EC '19 [extended abstract presentation]

We introduce a model of probabilistic verification in a mechanism design setting. The principal verifies the agent's claims with statistical tests. The agent's probability of passing each test depends on his type. In our framework, the revelation principle holds. We characterize whether each type has an associated test that best screens out all the other types. In that case, the testing technology can be represented in a tractable reduced form. In a quasilinear environment, we solve for the revenue-maximizing mechanism by introducing a new expression for the virtual value that encodes the effect of testing.

Dynamic Information Provision: Rewarding the Past and Guiding the Future

R&R, Econometrica

I study the provision of information as an incentive instrument in a continuous-time sender-receiver model. The sender observes a persistent, evolving state and sends signals over time to the receiver, who sequentially chooses actions which affect the welfare of both players. I solve for the sender's optimal dynamic information policy in closed form. Under this policy, the sender provides information gradually, contingent on the receiver's past actions. I show that the sender can implement this policy by truthfully reporting the state with a delay that shrinks over time.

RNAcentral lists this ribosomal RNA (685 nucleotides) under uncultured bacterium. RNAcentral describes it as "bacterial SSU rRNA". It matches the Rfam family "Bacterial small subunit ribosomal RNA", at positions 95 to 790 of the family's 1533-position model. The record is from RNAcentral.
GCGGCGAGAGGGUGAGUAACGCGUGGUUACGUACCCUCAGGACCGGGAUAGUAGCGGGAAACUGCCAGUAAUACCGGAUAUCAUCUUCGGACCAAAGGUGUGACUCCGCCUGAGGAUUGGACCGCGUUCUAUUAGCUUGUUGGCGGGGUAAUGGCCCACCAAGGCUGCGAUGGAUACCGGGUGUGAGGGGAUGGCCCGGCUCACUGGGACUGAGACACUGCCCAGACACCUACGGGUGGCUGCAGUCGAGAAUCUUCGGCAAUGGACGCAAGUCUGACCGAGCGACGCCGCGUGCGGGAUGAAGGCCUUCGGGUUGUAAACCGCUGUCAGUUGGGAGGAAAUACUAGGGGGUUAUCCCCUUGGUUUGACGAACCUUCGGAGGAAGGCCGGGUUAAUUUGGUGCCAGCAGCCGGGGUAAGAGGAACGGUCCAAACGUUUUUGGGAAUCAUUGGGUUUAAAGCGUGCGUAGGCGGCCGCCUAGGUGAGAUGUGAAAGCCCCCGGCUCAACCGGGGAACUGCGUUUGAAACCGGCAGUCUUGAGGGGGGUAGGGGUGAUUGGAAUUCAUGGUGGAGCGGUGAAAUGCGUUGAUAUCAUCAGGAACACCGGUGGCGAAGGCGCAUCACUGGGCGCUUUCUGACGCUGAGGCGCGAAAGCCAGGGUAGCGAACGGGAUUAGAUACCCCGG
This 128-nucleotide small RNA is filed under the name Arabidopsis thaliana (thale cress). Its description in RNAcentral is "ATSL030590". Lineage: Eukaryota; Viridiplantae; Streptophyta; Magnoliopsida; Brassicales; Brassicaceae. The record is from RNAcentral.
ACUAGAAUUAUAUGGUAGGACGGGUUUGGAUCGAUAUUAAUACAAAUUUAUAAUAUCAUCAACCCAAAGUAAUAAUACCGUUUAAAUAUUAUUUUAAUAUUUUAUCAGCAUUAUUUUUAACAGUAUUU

Benefiting from Bias (with Xin Gao)

R&R, Journal of Economic Theory

A principal delegates decisions to a biased agent. Payoffs depend on a state that the principal cannot observe. The agent does not initially observe this state, but he can learn about it by privately experimenting, at a cost. We characterize the principal's optimal delegation set. This set has a cap to restrict the agent's bias, but it may have a hole around safe decisions in order to encourage information acquisition. Unlike in standard delegation models, the principal's payoff is maximized when the agent's bias is nonzero.

Checking Cheap Talk (with Xin Gao)

We study a sender-receiver game. The sender observes the state and costlessly transmits a message to the receiver, who selects one component of the state to check and then chooses a binary action. The receiver’s preferred action depends on the state. The sender has a state-independent preference for one action over the other. Nevertheless, communication can strictly benefit both players. We characterize the symmetric equilibria. In each one, the sender tells the receiver which components of the state are highest. The same equilibria exist in an extension where the receiver can check multiple components. We also find that with commitment power, the sender can extract more rents from the receiver by randomizing between signals that induce different actions. However, the receiver’s ability to partially verify the state has an ambiguous effect on the sender’s utility unless the sender has commitment power, in which case verification can only restrict the set of posteriors the sender can induce.